When the group started, women complained amongst each other about their own stories or about people they knew. But they were not yet confident enough to take action. They felt services in government hospitals were lacking and had raised their concerns with doctors and nurses at an individual basis. Through gradual discussions in the group, they decided on the need to collectively take action. In December 2016, the group approached health authorities in the district hospital. In January 2017, they met with the public grievance redressal cell at the district level and raised their complaint. To their surprise, they were assured by the hospital in charge that if they faced a problem or if anybody asked for bribe, they could directly reach out to the person they spoke with or place a complaint in the grievance box. As a result, more women said they had started to visit the government hospital. They also have less complaints about the medical treatments and staff behaviour when they go.

Today the group is more confident about their ability to demand the services to which they are entitled. There is room for disagreement and differing opinions within the group, yet the members have a clear sense of the group’s purpose. They now feel they should share their knowledge with other women like them and expand their group with government supported health staff such as the ‘ASHA workers’ a shortcut for “accredited social health activists” community health workers instituted by the government of Indian and staff of the national Integrated Child Development Services program. They hope that these workers can can provide them with additional information about the other available governmental schemes and services to the group.

A closer examination of common medical conditions, their causes and their costs made it clear that most of them could at least to some extent be prevented with better hygiene. Group members realised that their complaint about a lack of medicine in the government hospitals might also reflect their desire to get medicines and injections when they visit a doctor. ‘I admit I am not very happy with a doctor who does not give me medicines and makes me go back with empty hands. But it is also true that sometimes, medicines are not needed. So it is my mind that perhaps needs changing as much as the hospitals,’ said one smiling.  The group concluded that to change behaviour in the community people need not only increased medical information but also increased faith and trust that prevention can work and medicines are not always needed.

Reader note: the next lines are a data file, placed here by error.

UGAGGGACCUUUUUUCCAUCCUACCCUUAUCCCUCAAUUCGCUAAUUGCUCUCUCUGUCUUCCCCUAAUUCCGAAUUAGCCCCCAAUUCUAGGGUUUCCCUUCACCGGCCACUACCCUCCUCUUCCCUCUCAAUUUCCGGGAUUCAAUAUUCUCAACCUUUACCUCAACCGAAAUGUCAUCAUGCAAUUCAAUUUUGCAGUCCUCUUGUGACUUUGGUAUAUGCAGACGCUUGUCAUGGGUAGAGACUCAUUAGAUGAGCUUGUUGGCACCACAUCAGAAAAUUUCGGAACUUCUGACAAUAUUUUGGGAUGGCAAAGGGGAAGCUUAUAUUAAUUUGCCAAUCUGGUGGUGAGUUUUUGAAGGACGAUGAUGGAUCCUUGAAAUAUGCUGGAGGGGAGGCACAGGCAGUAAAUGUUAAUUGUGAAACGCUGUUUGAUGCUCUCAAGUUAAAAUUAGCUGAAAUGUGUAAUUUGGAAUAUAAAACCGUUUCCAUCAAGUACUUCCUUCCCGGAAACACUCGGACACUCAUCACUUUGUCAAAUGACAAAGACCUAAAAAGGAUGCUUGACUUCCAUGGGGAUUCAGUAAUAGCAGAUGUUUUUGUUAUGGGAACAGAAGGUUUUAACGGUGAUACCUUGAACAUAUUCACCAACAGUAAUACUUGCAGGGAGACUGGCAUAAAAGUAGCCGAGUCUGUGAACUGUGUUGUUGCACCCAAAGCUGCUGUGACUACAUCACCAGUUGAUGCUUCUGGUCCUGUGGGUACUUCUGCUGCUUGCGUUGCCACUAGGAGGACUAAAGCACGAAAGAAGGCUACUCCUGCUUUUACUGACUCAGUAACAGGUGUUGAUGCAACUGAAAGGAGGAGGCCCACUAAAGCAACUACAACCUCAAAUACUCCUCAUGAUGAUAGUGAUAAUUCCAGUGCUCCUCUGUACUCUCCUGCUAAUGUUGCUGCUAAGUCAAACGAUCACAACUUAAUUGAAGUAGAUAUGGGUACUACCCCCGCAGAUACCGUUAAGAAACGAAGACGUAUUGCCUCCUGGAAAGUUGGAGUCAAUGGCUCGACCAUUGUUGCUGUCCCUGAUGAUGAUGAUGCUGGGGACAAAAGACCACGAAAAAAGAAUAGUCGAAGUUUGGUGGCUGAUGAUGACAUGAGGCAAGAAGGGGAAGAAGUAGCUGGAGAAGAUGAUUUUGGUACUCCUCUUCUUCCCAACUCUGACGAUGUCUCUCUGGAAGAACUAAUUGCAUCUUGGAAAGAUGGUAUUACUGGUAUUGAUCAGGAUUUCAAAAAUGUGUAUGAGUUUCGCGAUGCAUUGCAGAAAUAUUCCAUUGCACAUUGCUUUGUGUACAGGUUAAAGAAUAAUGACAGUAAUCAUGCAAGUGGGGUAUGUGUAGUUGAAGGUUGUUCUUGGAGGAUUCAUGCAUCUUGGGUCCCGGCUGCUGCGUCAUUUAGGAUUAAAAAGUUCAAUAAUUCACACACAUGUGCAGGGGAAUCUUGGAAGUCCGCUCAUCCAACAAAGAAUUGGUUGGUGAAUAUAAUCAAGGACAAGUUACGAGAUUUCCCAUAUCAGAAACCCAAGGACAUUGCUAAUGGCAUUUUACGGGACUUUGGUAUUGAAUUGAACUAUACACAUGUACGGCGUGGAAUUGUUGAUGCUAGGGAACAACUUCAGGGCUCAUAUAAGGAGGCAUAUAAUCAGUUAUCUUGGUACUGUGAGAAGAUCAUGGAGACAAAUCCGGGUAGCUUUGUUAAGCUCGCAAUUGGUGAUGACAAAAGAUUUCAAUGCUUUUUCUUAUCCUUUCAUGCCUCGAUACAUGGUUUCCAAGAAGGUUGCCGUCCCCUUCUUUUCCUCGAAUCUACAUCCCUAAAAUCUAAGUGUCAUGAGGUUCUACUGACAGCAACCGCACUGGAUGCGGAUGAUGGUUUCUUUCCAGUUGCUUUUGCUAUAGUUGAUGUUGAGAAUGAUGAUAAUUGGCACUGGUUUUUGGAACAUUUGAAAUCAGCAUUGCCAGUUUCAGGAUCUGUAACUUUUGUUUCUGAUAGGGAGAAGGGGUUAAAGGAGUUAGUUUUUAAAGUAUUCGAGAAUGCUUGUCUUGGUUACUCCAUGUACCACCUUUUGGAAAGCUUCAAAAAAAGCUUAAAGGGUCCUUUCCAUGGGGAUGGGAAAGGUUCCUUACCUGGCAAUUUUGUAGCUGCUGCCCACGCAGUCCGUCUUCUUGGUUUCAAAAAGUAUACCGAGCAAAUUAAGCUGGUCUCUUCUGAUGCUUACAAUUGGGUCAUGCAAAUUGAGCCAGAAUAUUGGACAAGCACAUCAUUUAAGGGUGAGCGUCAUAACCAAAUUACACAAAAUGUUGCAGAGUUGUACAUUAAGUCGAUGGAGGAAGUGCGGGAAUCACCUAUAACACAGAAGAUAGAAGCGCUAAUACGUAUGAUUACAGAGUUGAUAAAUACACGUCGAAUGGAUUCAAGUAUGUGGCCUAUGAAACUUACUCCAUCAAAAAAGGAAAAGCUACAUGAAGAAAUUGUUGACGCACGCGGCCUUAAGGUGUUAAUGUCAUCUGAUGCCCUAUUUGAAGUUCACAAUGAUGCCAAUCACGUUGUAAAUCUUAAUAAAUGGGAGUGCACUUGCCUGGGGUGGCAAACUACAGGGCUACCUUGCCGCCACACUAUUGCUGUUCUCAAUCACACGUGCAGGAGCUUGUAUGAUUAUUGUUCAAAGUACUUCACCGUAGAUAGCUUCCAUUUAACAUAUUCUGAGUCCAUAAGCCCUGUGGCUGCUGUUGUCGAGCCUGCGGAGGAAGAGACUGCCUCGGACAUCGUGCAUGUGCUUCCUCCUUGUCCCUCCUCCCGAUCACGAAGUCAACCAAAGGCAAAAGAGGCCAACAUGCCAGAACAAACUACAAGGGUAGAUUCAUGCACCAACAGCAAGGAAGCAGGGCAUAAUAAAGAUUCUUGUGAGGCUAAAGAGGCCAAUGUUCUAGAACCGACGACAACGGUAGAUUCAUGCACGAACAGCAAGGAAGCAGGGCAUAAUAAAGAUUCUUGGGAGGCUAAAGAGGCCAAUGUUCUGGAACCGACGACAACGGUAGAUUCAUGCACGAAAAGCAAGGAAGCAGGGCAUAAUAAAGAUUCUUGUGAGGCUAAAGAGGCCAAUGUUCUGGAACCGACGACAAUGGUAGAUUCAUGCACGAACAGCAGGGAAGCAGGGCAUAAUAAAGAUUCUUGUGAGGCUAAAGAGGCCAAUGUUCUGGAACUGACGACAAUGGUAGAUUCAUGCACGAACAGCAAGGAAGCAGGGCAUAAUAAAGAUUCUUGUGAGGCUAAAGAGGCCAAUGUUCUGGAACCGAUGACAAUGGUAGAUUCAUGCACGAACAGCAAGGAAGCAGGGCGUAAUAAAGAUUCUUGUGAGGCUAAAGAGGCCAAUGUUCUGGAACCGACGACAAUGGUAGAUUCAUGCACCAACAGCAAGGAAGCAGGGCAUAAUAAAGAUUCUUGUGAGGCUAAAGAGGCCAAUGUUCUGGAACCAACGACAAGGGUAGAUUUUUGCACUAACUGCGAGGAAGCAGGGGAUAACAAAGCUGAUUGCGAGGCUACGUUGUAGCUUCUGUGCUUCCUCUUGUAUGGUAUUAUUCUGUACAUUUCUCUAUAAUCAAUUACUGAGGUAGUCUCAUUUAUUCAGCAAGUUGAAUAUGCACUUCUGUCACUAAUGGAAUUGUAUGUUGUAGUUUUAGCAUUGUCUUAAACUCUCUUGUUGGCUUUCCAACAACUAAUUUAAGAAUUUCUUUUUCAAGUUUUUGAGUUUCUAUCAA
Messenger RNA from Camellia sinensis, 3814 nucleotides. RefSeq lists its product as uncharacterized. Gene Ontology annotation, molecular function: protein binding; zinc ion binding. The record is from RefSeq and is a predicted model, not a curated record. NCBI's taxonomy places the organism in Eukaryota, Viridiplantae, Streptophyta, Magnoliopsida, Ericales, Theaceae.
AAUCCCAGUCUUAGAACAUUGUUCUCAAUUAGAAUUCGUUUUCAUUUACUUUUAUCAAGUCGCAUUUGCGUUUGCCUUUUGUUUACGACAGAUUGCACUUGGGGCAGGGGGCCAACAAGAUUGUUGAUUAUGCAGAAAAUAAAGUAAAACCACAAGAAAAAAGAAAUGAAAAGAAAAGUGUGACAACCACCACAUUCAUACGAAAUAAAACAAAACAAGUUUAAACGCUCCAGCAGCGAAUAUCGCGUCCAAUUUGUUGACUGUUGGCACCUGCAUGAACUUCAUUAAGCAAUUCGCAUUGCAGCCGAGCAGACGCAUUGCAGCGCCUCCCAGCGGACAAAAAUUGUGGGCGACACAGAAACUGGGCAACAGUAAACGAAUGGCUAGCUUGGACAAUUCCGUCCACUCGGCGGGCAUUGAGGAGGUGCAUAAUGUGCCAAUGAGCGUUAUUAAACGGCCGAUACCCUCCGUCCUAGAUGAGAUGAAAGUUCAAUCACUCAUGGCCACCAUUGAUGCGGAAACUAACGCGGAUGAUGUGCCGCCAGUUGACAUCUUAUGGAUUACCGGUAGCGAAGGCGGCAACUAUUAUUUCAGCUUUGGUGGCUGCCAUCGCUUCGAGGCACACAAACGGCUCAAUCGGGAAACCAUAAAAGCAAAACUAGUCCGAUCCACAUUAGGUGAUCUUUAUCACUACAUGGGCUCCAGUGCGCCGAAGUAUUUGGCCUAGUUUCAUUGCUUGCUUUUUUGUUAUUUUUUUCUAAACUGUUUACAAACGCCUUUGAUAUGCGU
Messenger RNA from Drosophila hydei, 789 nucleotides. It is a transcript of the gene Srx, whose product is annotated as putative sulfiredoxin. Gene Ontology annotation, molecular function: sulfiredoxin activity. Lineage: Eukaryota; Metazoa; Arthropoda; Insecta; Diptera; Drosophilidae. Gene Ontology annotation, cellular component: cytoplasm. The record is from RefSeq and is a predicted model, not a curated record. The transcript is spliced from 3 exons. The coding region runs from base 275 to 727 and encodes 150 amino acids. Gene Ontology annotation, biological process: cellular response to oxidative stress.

Trust is a particularly rare commodity in communities living with modern slavery, but it helps when people can see concrete examples of success among other people like them. For these villagers, and communities like them, improved access to available government health services will help reduce the need for them to seek out private healthcare and to take out loans. But there is also a need to raise awareness about and gain trust in essential medicines that tend to lack shiny packaging, and in the capacity of people to prevent the diseases which burden a family with the kinds of high-interest loans that risk them getting trapped in modern slavery.